Kichari Nana's Kitchen - FoodPar

Kichari from Nana's Kitchen

"Every culture has its own cuisine, it’s own way of using ingredients, it’s own flavour. Every street market sells something different. Having that mixed heritage plus travel means it’s the greatest culinary eye opener - you learn a lot about flavour, taste, cooking styles etc. I think it helps you 'imagine' flavours in your head - which is why I improvise so much in the kitchen, because I’m able to 'imagine' how things could taste together."

In the 'creative culinary hub' of France, Marianna was thrust into the world of fine dining during a 6 month internship in the Michelin-star kitchens of the Hotel de Crillon in Paris.

"At the time, the kitchens were run by some of the biggest names in fine-dining (Christophe Felder, Jean-Francois Piege). This experience taught me so much on the discipline, passion and focus it takes to run a restaurant. I didn’t really learn new recipes there (I was just an intern - definitely no authority to be cooking at that level), but just being in that space taught me so much".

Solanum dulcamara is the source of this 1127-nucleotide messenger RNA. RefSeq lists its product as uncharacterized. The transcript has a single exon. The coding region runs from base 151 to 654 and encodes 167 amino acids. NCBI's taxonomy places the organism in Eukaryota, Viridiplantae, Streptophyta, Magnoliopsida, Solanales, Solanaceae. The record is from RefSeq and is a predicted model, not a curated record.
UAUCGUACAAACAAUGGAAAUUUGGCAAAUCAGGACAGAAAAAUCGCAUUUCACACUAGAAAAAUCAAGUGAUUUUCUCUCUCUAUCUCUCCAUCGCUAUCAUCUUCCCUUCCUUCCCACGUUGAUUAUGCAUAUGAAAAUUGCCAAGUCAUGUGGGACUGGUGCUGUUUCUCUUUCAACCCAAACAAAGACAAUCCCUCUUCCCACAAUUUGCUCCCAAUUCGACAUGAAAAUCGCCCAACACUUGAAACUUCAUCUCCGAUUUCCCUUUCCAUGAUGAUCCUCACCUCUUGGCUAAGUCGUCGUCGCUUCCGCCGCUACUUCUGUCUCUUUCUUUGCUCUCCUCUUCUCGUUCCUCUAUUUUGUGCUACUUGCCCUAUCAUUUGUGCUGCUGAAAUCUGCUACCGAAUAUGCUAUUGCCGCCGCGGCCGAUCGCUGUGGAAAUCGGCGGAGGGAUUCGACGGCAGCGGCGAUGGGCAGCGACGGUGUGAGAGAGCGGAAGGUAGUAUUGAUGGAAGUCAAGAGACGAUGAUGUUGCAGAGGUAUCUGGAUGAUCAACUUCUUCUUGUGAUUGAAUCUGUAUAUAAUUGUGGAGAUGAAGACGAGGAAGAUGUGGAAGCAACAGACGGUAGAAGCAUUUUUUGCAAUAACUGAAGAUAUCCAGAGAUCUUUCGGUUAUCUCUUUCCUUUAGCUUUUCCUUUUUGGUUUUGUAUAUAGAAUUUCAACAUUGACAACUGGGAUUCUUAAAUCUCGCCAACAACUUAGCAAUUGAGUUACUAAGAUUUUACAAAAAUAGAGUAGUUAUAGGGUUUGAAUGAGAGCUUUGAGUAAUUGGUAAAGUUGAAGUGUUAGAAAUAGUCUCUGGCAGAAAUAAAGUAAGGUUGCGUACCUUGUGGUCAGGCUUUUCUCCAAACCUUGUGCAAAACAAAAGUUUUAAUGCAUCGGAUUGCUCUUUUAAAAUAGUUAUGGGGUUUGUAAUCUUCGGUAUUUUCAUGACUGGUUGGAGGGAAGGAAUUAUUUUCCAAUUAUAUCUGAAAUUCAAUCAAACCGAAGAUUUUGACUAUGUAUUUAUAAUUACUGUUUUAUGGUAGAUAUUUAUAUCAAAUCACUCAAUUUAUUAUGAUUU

Baby Bok Choy Nana's Kitchen - FoodPar

Baby Bok Choy from Nana's Kitchen

Although her decision to visit Jamaica for the first time was random, Marianna fell in love with the island immediately, "I found myself coming back over and over again (7 times) before I decided to live & work here. During those trips, I did many independent, grass -roots projects including a huge street art project in Downtown Kingston. It’s a very special place for me, there’s a feeling I get here that I can’t find anywhere else - not sure how to explain it, but it’s unique".

"Moving to Jamaica and living amidst so much nature – coupled with a plant-based diet - has really shifted my way of thinking about certain things. But I don’t think it’s just me, I see there’s a global trend and awareness about sustainability and taking care of our planet. It’s very very scary to think that in a few years time, we may be talking about pandas the same way we talk about dinosaurs today."